Source: Nasdaq via Facebook.
About once every decade, the stock market reminds investors that it doesn't go up in a very straight line.
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Within the last 25 years, we've suffered through three notable corrections. These include:
- The Gulf War recession, which lasted eight months and was spurred by Iraq when it invaded Kuwait and thereby caused a spike in oil prices that crushed the manufacturing sector.
- The dot-com bubble/9-11 recession, which saw a modest GDP decline over an eight-month period that was primarily caused by a stock market revaluation of Internet-based stocks.
- The Great Recession, which officially occurred between December 2007 and June 2009 and was set off by a combination of a bursting housing bubble, a crashing mortgage market, and the risky credit practices of the nation's largest financial institutions.
Source: Flickr user Jedimentat44.
Recessions often lead to notable pullbacks in the stock market, but few have been as great in magnitude as the Great Recession. The Dow Jones Industrial Average wound up losing nearly 55% of its value over a relatively short period of time, and the market's rapid deterioration wound up crushing baby boomers' retirement accounts, effectively sending nearly the entire pre-retiree generation running for the hills. Some were smart enough to get back into the stock market, but others were scared away for good and lost their opportunity to recoup their losses.
Put these worries in the rearview mirror But what if I said there was a way to invest that could remove much (though not all) of the risk associated with rapid stock-market corrections and recessions?
Let me introduce you to dollar-cost averaging.
In its simplest form, dollar-cost averaging involves making fixed investments in a security, or portfolio of securities, at regular intervals regardless of the market's direction. The idea is that you're always adding money to your investment account.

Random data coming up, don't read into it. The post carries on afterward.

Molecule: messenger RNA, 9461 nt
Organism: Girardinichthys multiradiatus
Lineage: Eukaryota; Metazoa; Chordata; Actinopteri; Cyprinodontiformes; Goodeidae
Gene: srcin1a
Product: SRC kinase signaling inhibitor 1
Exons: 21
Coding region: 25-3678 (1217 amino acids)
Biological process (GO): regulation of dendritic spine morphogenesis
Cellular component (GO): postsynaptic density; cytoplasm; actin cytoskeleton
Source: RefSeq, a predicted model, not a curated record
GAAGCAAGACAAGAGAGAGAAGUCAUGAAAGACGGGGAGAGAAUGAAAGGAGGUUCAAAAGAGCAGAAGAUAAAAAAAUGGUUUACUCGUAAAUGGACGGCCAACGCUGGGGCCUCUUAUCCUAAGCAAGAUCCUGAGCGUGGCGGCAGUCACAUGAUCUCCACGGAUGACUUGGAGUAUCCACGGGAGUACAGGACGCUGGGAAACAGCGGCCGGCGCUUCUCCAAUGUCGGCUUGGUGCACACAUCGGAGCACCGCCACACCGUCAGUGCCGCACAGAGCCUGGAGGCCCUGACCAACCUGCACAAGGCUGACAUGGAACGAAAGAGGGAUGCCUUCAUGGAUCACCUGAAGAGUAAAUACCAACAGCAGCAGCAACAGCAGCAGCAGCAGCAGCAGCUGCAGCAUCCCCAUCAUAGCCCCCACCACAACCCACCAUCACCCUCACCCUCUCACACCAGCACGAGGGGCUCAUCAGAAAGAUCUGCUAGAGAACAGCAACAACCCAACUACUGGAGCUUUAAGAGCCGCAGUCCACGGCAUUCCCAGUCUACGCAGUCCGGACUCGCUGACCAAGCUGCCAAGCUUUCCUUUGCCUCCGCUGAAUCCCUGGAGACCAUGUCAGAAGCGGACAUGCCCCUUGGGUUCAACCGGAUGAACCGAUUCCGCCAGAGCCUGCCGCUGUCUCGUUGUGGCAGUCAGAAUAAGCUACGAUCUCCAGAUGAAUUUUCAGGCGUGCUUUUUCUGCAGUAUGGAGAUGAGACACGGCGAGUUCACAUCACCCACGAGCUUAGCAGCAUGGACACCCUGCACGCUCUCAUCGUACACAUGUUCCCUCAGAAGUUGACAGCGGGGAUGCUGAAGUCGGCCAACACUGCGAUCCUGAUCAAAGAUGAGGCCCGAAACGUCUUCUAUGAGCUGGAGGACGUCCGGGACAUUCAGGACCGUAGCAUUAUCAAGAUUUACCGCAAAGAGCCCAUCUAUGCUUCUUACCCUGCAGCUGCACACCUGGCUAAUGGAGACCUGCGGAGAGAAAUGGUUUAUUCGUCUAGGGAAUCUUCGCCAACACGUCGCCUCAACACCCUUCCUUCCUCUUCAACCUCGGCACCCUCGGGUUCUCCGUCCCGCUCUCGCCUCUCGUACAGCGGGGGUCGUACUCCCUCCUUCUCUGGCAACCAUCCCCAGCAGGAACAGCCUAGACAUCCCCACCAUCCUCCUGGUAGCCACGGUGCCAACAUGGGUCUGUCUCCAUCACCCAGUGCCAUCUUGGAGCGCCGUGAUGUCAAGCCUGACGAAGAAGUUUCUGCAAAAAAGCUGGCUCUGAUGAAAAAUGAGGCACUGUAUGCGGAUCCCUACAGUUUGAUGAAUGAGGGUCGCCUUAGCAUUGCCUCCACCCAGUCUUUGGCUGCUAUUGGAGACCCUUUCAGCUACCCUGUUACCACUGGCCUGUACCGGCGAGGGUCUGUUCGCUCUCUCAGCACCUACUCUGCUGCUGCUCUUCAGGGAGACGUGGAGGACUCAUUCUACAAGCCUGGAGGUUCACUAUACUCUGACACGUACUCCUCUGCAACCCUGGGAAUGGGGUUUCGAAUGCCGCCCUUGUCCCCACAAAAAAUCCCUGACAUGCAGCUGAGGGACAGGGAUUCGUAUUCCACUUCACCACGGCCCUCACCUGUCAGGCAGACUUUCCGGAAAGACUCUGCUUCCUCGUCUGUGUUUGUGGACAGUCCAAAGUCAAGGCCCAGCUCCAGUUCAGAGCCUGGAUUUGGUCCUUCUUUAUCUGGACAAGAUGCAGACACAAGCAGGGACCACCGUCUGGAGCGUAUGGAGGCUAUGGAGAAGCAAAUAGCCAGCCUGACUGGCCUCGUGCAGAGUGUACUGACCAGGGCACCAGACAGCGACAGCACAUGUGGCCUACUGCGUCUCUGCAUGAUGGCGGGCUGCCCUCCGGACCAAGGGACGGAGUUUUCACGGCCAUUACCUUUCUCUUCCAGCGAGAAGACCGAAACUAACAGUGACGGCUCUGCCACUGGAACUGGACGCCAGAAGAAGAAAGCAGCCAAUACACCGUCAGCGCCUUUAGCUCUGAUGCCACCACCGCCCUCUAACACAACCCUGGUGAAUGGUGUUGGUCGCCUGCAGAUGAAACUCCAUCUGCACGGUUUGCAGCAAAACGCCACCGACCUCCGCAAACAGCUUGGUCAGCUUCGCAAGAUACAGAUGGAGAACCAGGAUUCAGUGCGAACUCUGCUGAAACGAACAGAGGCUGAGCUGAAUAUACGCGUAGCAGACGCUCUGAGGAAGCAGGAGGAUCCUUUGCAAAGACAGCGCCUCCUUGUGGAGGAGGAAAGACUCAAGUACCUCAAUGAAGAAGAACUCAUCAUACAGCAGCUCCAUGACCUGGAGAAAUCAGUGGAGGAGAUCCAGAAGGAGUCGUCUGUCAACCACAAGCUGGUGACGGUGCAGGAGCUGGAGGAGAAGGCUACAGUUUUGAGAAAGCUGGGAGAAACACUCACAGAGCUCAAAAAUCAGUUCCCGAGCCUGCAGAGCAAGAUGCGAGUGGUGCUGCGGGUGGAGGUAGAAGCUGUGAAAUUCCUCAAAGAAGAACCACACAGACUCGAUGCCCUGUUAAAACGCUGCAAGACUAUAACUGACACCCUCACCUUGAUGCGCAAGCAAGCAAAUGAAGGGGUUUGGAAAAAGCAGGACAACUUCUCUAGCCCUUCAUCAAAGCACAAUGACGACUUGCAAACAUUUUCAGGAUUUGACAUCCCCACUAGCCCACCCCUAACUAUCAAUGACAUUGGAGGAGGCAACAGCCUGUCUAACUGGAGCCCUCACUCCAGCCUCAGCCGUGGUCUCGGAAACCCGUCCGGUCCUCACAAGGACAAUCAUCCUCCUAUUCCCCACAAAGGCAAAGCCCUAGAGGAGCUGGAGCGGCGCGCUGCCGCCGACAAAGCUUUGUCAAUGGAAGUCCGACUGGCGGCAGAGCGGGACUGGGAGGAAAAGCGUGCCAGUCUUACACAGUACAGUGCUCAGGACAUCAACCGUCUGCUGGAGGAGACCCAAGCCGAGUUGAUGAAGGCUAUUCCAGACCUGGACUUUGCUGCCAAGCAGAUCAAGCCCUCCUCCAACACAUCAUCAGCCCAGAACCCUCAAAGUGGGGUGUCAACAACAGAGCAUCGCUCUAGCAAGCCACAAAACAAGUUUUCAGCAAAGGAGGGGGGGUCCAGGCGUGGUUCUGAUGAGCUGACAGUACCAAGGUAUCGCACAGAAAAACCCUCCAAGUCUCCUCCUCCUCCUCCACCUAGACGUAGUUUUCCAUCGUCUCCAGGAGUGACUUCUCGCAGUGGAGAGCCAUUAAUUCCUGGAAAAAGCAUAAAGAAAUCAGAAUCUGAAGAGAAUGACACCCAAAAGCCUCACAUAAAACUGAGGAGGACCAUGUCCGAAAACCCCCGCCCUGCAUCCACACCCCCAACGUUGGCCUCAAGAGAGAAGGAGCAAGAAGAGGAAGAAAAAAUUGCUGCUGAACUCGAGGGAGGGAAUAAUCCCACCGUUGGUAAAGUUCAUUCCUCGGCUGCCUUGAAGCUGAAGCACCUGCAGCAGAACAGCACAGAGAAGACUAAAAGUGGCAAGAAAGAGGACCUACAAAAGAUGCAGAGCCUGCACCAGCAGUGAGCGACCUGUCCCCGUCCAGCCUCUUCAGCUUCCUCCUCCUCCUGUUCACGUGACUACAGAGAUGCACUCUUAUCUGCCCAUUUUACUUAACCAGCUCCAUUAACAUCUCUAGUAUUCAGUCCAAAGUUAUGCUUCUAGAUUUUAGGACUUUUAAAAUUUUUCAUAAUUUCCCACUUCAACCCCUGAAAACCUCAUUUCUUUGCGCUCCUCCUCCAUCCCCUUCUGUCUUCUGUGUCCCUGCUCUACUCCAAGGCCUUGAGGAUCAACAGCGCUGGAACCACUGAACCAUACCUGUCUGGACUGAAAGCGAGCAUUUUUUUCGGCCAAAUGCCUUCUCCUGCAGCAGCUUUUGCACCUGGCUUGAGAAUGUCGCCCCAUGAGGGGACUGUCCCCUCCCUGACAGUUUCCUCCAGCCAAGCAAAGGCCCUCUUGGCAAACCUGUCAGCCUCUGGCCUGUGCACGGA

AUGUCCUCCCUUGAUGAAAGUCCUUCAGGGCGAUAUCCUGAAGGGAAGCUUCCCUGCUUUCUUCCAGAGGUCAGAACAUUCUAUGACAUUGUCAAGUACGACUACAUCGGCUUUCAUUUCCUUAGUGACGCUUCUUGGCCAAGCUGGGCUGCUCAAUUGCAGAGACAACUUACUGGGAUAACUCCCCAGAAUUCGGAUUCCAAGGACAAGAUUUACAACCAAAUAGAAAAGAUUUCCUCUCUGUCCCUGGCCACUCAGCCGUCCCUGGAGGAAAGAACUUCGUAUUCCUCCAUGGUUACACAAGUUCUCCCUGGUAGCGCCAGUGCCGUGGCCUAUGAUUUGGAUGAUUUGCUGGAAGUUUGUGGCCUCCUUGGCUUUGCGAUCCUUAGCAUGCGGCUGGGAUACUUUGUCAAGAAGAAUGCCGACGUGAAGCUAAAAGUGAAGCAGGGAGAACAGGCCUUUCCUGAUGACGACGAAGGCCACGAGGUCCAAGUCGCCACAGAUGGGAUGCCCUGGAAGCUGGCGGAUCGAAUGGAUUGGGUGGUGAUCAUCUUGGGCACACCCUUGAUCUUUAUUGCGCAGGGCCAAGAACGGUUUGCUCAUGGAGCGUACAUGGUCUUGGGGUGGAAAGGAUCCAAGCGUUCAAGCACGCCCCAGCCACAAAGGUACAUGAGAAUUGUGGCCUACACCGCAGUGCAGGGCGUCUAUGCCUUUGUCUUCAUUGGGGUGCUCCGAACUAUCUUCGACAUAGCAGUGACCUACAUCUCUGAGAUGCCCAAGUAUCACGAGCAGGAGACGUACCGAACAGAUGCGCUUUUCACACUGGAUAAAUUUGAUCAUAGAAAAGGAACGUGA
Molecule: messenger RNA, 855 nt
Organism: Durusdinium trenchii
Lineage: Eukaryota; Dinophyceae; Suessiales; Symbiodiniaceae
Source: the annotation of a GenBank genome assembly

It's a practice that may be somewhat familiar to you, especially if you have a 401(k) saving plan at work or invest in an IRA. A 401(k) typically allocates a percentage of your income to investments you have chosen from the network your employer offers. The principles of dollar-cost averaging are pretty much the same, except you have full control over how much and when you choose to invest, and you have more than 7,000 different stocks to choose from, rather than a small handful of mutual funds.
Three big advantages to dollar-cost averaging There are three primary advantages to dollar-cost averaging that you may not be aware of.
First, buying stocks on a somewhat regular basis regardless of the underlying trend of the stock market removes the temptation to "time the market." Although timing the market may be possible with some luck over the short term, it has been proven to be impossible to do consistently and successfully over the long term.
Graph by author. Data source: JPMorgan Asset Management using data from Lipper.
For example, between Dec. 31, 1993, and Dec. 31, 2013, investors in the S&P 500 would have seen a $10,000 investment turn into $58,332 if they had never sold their stock. However, missing just the 10 biggest gains the S&P 500 had during that 20-year span would have cost them half of their gains. Miss the 40 best days, and they'd actually be down nearly 19%! Timing the market leaves investors at risk of missing these unpredictable moves higher.